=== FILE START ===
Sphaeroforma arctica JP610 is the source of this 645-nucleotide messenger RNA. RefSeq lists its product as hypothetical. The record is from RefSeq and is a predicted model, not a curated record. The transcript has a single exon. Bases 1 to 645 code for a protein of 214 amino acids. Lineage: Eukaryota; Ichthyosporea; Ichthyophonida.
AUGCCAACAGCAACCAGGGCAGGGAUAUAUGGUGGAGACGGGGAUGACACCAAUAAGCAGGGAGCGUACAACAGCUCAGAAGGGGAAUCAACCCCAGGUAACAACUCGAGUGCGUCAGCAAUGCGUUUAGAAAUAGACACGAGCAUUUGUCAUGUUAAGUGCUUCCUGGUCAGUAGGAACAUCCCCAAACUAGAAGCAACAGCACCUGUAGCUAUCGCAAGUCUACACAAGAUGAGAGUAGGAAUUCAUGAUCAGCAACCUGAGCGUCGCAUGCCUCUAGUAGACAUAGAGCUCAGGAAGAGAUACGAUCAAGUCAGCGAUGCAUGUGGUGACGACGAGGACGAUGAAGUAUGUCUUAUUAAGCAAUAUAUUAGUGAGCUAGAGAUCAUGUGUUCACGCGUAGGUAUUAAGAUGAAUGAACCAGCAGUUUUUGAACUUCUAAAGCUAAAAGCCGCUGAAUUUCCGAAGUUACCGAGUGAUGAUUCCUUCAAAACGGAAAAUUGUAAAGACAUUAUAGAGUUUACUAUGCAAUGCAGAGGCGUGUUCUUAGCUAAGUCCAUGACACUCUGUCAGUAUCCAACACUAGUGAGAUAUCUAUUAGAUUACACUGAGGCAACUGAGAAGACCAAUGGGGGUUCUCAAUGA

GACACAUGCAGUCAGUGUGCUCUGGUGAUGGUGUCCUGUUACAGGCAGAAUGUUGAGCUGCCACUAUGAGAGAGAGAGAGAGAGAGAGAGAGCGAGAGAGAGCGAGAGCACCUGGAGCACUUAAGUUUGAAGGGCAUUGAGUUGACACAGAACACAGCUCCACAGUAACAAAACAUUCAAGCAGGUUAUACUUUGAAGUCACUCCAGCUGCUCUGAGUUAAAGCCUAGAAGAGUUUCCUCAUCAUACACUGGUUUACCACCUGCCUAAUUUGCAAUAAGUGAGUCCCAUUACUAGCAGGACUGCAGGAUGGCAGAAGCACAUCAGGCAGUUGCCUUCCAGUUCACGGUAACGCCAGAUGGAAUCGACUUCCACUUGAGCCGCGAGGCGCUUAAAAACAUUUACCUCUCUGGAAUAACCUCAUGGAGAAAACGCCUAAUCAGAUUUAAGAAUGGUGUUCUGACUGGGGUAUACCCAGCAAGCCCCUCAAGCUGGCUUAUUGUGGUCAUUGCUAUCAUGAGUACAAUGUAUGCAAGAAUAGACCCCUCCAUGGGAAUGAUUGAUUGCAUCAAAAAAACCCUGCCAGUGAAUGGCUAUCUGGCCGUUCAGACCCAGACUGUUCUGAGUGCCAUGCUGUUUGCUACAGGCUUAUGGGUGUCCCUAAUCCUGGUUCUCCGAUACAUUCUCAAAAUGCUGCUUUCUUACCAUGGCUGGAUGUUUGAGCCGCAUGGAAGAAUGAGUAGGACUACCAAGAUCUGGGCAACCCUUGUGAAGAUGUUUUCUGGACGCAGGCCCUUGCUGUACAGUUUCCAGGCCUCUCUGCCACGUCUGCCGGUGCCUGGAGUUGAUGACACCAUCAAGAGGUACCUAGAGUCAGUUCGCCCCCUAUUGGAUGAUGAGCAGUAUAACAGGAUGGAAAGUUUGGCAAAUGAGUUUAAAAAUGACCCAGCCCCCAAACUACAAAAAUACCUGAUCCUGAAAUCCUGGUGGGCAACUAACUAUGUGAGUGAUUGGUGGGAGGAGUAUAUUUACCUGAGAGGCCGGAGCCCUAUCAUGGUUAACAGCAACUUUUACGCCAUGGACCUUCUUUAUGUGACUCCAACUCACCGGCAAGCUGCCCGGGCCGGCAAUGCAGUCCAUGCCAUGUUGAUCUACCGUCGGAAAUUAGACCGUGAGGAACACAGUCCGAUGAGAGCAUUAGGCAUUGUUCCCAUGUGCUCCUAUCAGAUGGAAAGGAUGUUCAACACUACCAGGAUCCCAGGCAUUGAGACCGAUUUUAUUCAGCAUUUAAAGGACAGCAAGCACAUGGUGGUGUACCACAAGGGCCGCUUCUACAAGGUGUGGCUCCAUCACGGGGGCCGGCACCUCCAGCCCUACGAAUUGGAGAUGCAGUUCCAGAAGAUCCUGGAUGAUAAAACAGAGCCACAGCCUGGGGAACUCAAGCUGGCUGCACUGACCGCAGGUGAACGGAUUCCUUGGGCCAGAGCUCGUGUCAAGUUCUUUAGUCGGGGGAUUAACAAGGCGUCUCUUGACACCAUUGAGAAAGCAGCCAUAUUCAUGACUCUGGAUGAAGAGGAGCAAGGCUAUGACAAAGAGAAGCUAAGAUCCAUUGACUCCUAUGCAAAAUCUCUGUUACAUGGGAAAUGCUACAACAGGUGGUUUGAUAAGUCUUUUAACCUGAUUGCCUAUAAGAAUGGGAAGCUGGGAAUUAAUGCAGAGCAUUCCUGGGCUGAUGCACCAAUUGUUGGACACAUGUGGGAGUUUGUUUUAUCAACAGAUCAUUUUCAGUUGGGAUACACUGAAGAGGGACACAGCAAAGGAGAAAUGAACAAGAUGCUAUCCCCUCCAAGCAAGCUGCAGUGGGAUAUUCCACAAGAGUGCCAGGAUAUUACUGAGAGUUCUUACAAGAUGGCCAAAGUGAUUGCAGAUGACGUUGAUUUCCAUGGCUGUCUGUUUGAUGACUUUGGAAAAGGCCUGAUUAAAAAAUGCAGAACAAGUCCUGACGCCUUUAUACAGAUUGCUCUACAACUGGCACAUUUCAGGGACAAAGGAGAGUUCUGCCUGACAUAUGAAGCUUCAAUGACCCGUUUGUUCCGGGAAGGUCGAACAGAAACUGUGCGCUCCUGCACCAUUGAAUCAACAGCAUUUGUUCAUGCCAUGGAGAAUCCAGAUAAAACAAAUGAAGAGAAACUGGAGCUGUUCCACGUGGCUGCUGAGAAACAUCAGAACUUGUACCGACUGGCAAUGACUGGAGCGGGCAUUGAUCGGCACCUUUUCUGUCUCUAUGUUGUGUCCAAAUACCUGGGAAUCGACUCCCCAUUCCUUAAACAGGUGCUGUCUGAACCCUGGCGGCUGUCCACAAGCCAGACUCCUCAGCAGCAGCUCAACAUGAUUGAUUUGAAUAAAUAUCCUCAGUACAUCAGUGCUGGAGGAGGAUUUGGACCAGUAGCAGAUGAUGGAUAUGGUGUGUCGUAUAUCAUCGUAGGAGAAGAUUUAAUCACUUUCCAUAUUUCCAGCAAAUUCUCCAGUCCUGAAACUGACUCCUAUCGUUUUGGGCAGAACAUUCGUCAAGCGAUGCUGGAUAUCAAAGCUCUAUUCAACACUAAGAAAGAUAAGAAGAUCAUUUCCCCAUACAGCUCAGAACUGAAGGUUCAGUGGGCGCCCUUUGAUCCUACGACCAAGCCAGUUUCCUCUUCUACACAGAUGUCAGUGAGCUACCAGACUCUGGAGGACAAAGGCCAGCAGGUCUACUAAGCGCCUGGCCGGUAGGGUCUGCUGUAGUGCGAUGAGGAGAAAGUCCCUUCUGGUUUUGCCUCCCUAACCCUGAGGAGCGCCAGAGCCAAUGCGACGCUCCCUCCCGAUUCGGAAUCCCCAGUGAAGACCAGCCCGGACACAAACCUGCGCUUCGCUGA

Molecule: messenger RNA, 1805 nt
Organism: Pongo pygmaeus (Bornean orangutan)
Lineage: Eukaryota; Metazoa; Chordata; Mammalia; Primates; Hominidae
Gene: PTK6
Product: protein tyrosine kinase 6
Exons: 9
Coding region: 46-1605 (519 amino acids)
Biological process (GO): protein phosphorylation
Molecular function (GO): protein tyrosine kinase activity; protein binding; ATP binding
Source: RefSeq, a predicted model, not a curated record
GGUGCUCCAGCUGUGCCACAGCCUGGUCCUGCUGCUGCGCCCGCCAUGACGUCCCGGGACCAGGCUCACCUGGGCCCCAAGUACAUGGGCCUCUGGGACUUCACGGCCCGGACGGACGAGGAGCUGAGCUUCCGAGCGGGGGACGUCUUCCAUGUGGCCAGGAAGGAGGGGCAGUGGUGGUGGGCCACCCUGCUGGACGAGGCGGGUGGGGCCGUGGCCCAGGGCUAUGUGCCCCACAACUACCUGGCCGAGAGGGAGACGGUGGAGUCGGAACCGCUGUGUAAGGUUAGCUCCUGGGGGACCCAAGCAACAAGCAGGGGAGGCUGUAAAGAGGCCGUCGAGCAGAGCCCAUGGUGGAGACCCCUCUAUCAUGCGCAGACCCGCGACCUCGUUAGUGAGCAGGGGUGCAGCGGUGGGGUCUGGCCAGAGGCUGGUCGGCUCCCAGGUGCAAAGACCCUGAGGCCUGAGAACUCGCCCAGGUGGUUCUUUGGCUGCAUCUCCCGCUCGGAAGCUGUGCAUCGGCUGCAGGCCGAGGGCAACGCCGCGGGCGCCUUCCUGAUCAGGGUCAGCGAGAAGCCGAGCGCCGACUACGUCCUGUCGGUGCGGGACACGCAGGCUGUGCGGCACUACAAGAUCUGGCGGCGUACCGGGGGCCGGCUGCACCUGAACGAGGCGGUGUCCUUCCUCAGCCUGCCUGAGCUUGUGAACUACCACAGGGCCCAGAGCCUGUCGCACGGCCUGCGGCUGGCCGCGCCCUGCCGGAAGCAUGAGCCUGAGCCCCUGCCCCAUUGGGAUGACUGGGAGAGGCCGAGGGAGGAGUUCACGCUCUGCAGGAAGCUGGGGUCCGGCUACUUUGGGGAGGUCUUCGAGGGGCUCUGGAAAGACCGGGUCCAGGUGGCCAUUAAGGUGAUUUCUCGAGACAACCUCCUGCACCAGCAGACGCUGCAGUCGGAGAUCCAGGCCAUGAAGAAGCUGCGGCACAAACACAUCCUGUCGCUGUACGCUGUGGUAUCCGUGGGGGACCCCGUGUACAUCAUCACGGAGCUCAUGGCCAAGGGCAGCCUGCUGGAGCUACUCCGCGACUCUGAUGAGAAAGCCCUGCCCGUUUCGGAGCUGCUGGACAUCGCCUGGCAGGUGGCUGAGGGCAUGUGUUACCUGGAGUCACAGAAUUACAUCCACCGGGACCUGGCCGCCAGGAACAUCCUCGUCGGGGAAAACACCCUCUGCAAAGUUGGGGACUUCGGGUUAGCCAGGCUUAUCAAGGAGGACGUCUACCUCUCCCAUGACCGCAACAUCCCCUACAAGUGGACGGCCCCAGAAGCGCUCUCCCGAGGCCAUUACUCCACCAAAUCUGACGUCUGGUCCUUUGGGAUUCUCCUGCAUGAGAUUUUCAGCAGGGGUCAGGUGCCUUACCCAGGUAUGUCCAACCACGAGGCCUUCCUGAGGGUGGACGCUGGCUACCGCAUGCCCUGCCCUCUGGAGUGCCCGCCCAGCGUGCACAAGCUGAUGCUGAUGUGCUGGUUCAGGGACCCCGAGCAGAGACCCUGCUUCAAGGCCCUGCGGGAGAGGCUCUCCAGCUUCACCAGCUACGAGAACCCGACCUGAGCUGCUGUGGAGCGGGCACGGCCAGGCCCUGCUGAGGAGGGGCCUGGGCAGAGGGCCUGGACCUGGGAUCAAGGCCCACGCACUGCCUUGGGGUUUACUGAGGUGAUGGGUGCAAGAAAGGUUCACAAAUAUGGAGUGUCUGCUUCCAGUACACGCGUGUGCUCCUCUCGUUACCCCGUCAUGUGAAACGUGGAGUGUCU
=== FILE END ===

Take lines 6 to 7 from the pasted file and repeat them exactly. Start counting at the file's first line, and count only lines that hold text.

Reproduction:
Lineage: Eukaryota; Metazoa; Chordata; Mammalia; Primates; Hominidae
Gene: PTK6